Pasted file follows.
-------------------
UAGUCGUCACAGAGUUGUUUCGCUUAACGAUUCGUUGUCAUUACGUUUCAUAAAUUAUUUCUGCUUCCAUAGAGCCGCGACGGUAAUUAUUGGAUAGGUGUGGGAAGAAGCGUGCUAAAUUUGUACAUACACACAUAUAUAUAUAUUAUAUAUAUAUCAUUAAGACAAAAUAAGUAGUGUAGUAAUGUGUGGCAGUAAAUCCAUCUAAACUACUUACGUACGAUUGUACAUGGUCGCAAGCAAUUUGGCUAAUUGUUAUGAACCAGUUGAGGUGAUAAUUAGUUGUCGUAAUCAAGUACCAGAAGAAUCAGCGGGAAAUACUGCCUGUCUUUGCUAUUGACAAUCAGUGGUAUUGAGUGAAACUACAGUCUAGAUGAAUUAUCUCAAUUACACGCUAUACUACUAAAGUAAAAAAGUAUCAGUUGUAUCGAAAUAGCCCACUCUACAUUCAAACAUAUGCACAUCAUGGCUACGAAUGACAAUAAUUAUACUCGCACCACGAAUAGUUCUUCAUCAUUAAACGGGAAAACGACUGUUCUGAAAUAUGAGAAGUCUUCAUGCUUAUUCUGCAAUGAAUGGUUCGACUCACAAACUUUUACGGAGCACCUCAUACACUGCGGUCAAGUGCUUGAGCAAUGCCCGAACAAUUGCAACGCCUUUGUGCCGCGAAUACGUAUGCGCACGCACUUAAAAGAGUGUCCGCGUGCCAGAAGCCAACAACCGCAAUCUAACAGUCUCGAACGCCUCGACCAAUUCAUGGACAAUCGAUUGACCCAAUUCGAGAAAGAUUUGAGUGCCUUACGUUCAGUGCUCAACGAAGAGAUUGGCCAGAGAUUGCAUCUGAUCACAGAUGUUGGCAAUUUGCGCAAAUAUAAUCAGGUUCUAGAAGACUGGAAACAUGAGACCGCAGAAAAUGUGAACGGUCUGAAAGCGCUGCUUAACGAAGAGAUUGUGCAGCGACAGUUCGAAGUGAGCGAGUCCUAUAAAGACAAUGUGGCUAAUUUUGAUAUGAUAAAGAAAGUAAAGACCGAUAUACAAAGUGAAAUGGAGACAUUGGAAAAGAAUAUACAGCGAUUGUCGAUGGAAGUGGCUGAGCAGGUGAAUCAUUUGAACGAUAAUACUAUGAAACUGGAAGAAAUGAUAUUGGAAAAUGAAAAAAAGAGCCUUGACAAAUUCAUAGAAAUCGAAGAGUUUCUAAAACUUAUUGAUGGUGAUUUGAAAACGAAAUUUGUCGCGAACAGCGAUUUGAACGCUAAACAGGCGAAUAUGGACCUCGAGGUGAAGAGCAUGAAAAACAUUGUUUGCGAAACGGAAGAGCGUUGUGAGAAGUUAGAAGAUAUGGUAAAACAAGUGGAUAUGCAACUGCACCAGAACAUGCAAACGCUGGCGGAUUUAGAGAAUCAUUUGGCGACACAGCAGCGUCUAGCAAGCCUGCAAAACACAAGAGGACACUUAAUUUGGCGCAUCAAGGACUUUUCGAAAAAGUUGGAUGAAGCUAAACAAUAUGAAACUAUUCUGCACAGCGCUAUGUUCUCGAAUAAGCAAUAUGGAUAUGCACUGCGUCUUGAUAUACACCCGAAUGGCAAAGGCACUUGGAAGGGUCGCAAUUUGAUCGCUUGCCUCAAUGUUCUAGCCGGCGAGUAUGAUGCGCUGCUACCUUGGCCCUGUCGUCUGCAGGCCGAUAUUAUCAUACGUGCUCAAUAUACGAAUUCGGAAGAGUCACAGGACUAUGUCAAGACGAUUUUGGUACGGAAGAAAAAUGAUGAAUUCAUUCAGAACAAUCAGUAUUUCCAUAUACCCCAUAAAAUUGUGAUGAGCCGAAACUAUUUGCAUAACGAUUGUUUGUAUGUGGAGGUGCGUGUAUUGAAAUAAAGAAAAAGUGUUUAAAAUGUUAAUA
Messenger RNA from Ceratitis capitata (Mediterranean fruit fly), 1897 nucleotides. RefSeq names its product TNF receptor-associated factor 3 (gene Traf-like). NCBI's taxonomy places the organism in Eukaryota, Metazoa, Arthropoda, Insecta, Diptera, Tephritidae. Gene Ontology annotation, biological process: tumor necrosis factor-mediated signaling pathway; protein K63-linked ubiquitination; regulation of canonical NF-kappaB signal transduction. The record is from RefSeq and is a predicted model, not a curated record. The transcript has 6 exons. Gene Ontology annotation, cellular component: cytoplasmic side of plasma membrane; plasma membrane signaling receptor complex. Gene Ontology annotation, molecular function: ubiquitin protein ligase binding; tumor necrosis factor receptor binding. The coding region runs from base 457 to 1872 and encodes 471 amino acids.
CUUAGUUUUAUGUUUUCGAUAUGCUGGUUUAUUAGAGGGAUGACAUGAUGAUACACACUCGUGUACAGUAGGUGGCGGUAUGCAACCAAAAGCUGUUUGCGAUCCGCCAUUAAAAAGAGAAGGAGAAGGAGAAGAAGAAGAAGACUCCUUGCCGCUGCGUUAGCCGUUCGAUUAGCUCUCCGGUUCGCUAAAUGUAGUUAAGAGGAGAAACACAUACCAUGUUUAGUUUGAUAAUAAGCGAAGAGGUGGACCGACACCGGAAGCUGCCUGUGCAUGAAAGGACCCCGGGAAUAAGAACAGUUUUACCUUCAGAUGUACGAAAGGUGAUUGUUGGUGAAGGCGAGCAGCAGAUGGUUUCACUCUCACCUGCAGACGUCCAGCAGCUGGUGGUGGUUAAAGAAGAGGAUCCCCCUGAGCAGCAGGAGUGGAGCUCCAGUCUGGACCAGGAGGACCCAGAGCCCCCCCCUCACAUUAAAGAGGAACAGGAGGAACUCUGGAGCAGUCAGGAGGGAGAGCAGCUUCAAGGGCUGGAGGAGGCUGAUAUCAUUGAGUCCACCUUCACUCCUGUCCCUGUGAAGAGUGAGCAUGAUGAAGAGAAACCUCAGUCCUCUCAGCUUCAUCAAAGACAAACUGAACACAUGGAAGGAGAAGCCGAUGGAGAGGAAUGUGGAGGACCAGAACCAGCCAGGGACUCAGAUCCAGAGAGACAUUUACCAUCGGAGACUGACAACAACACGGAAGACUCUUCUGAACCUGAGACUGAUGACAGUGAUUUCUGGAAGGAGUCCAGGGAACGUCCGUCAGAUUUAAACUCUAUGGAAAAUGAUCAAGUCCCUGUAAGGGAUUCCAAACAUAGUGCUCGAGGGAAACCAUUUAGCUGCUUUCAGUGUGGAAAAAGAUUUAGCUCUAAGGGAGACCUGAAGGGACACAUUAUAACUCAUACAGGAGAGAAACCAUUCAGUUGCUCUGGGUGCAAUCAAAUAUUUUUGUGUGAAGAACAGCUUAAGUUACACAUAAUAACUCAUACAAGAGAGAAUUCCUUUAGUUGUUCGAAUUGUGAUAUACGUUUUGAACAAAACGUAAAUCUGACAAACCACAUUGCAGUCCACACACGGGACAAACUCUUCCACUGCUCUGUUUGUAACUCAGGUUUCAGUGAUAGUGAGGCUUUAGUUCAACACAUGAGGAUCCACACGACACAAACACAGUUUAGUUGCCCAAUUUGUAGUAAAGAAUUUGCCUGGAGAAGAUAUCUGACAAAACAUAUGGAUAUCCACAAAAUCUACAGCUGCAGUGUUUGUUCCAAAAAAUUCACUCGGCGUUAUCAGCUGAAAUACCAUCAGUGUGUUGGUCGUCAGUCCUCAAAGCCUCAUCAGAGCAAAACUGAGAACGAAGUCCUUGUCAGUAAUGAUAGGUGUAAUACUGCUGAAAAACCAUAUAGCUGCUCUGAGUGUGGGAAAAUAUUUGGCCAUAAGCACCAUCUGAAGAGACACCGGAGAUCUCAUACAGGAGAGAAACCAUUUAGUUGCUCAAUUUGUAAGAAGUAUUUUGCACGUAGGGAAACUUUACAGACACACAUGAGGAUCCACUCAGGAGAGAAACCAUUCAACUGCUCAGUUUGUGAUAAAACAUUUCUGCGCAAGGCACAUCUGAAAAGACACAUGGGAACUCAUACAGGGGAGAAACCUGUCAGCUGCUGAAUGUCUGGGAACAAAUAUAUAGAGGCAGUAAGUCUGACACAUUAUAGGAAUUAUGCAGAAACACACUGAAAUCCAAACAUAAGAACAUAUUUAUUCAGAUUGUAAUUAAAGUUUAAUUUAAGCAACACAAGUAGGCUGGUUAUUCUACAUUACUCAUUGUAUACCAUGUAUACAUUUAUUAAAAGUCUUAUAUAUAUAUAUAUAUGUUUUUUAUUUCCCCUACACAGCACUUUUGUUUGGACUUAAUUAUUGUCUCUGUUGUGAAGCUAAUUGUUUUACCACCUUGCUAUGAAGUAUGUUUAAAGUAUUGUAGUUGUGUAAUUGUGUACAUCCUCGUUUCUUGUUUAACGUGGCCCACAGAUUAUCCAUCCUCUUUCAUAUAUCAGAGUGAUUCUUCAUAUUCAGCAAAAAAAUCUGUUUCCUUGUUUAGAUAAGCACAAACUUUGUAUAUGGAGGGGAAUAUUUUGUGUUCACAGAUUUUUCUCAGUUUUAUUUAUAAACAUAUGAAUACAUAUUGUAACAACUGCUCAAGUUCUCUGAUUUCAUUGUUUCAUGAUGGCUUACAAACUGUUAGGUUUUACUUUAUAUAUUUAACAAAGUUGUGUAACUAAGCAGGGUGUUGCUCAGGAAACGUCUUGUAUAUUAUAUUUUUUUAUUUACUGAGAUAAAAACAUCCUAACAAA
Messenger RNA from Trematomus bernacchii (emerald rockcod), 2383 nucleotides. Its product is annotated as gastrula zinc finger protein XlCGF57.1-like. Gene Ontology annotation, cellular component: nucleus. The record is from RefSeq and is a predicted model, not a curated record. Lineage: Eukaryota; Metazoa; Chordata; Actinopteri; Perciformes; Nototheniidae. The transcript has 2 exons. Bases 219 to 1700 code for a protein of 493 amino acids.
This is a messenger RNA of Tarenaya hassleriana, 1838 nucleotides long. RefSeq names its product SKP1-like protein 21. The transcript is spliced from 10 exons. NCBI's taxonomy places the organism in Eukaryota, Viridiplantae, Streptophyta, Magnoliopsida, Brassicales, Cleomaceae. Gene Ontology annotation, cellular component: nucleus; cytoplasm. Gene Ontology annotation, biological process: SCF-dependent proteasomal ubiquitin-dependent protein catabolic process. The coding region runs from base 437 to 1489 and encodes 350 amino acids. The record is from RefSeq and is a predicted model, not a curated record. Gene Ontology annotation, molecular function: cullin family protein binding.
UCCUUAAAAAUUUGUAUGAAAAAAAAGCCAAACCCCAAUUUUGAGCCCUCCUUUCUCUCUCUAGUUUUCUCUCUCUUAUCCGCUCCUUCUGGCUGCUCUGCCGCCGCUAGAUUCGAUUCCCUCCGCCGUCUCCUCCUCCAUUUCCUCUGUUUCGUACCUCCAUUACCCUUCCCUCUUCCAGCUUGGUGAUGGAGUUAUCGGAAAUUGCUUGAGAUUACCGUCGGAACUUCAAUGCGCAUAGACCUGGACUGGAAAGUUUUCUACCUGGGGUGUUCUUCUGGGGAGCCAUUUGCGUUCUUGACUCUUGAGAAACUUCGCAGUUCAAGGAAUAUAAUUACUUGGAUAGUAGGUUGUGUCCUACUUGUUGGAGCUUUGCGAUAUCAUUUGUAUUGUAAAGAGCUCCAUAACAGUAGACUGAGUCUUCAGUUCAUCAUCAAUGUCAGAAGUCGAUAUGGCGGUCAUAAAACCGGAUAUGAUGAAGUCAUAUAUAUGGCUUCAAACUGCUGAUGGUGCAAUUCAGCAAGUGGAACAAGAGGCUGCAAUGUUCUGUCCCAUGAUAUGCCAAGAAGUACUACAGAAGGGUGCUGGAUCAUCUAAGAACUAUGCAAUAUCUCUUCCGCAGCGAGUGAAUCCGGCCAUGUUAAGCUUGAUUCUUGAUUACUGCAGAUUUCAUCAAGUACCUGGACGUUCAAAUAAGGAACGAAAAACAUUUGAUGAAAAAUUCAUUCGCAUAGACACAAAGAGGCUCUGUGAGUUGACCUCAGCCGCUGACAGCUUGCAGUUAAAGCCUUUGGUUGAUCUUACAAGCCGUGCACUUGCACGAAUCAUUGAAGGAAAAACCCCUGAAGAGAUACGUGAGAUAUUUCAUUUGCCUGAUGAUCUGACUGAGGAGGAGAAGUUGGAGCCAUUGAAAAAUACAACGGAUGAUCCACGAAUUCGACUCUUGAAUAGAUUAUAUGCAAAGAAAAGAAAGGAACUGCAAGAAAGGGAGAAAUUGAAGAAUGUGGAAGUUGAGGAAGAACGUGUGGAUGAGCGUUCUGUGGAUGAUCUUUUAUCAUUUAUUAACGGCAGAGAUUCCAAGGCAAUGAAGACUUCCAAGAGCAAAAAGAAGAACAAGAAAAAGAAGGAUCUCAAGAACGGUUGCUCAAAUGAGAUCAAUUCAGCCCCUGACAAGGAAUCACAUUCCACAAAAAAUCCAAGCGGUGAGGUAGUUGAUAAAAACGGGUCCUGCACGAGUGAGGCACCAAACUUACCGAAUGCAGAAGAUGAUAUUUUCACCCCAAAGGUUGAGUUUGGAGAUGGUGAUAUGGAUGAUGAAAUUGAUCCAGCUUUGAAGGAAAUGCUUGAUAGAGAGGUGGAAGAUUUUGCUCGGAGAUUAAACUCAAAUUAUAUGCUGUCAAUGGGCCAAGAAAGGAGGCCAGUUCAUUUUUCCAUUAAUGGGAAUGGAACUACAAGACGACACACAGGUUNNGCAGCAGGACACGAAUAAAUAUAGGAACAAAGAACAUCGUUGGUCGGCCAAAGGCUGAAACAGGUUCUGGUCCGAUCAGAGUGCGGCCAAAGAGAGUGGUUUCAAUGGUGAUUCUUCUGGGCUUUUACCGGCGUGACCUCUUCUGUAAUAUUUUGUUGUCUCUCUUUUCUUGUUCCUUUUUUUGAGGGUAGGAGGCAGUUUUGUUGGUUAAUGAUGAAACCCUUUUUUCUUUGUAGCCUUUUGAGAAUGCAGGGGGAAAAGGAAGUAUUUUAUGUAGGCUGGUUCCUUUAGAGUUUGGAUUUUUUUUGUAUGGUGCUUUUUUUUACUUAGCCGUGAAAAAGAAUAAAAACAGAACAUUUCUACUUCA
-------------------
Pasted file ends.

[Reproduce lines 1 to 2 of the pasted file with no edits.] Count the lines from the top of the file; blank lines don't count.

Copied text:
UAGUCGUCACAGAGUUGUUUCGCUUAACGAUUCGUUGUCAUUACGUUUCAUAAAUUAUUUCUGCUUCCAUAGAGCCGCGACGGUAAUUAUUGGAUAGGUGUGGGAAGAAGCGUGCUAAAUUUGUACAUACACACAUAUAUAUAUAUUAUAUAUAUAUCAUUAAGACAAAAUAAGUAGUGUAGUAAUGUGUGGCAGUAAAUCCAUCUAAACUACUUACGUACGAUUGUACAUGGUCGCAAGCAAUUUGGCUAAUUGUUAUGAACCAGUUGAGGUGAUAAUUAGUUGUCGUAAUCAAGUACCAGAAGAAUCAGCGGGAAAUACUGCCUGUCUUUGCUAUUGACAAUCAGUGGUAUUGAGUGAAACUACAGUCUAGAUGAAUUAUCUCAAUUACACGCUAUACUACUAAAGUAAAAAAGUAUCAGUUGUAUCGAAAUAGCCCACUCUACAUUCAAACAUAUGCACAUCAUGGCUACGAAUGACAAUAAUUAUACUCGCACCACGAAUAGUUCUUCAUCAUUAAACGGGAAAACGACUGUUCUGAAAUAUGAGAAGUCUUCAUGCUUAUUCUGCAAUGAAUGGUUCGACUCACAAACUUUUACGGAGCACCUCAUACACUGCGGUCAAGUGCUUGAGCAAUGCCCGAACAAUUGCAACGCCUUUGUGCCGCGAAUACGUAUGCGCACGCACUUAAAAGAGUGUCCGCGUGCCAGAAGCCAACAACCGCAAUCUAACAGUCUCGAACGCCUCGACCAAUUCAUGGACAAUCGAUUGACCCAAUUCGAGAAAGAUUUGAGUGCCUUACGUUCAGUGCUCAACGAAGAGAUUGGCCAGAGAUUGCAUCUGAUCACAGAUGUUGGCAAUUUGCGCAAAUAUAAUCAGGUUCUAGAAGACUGGAAACAUGAGACCGCAGAAAAUGUGAACGGUCUGAAAGCGCUGCUUAACGAAGAGAUUGUGCAGCGACAGUUCGAAGUGAGCGAGUCCUAUAAAGACAAUGUGGCUAAUUUUGAUAUGAUAAAGAAAGUAAAGACCGAUAUACAAAGUGAAAUGGAGACAUUGGAAAAGAAUAUACAGCGAUUGUCGAUGGAAGUGGCUGAGCAGGUGAAUCAUUUGAACGAUAAUACUAUGAAACUGGAAGAAAUGAUAUUGGAAAAUGAAAAAAAGAGCCUUGACAAAUUCAUAGAAAUCGAAGAGUUUCUAAAACUUAUUGAUGGUGAUUUGAAAACGAAAUUUGUCGCGAACAGCGAUUUGAACGCUAAACAGGCGAAUAUGGACCUCGAGGUGAAGAGCAUGAAAAACAUUGUUUGCGAAACGGAAGAGCGUUGUGAGAAGUUAGAAGAUAUGGUAAAACAAGUGGAUAUGCAACUGCACCAGAACAUGCAAACGCUGGCGGAUUUAGAGAAUCAUUUGGCGACACAGCAGCGUCUAGCAAGCCUGCAAAACACAAGAGGACACUUAAUUUGGCGCAUCAAGGACUUUUCGAAAAAGUUGGAUGAAGCUAAACAAUAUGAAACUAUUCUGCACAGCGCUAUGUUCUCGAAUAAGCAAUAUGGAUAUGCACUGCGUCUUGAUAUACACCCGAAUGGCAAAGGCACUUGGAAGGGUCGCAAUUUGAUCGCUUGCCUCAAUGUUCUAGCCGGCGAGUAUGAUGCGCUGCUACCUUGGCCCUGUCGUCUGCAGGCCGAUAUUAUCAUACGUGCUCAAUAUACGAAUUCGGAAGAGUCACAGGACUAUGUCAAGACGAUUUUGGUACGGAAGAAAAAUGAUGAAUUCAUUCAGAACAAUCAGUAUUUCCAUAUACCCCAUAAAAUUGUGAUGAGCCGAAACUAUUUGCAUAACGAUUGUUUGUAUGUGGAGGUGCGUGUAUUGAAAUAAAGAAAAAGUGUUUAAAAUGUUAAUA
Messenger RNA from Ceratitis capitata (Mediterranean fruit fly), 1897 nucleotides. RefSeq names its product TNF receptor-associated factor 3 (gene Traf-like). NCBI's taxonomy places the organism in Eukaryota, Metazoa, Arthropoda, Insecta, Diptera, Tephritidae. Gene Ontology annotation, biological process: tumor necrosis factor-mediated signaling pathway; protein K63-linked ubiquitination; regulation of canonical NF-kappaB signal transduction. The record is from RefSeq and is a predicted model, not a curated record. The transcript has 6 exons. Gene Ontology annotation, cellular component: cytoplasmic side of plasma membrane; plasma membrane signaling receptor complex. Gene Ontology annotation, molecular function: ubiquitin protein ligase binding; tumor necrosis factor receptor binding. The coding region runs from base 457 to 1872 and encodes 471 amino acids.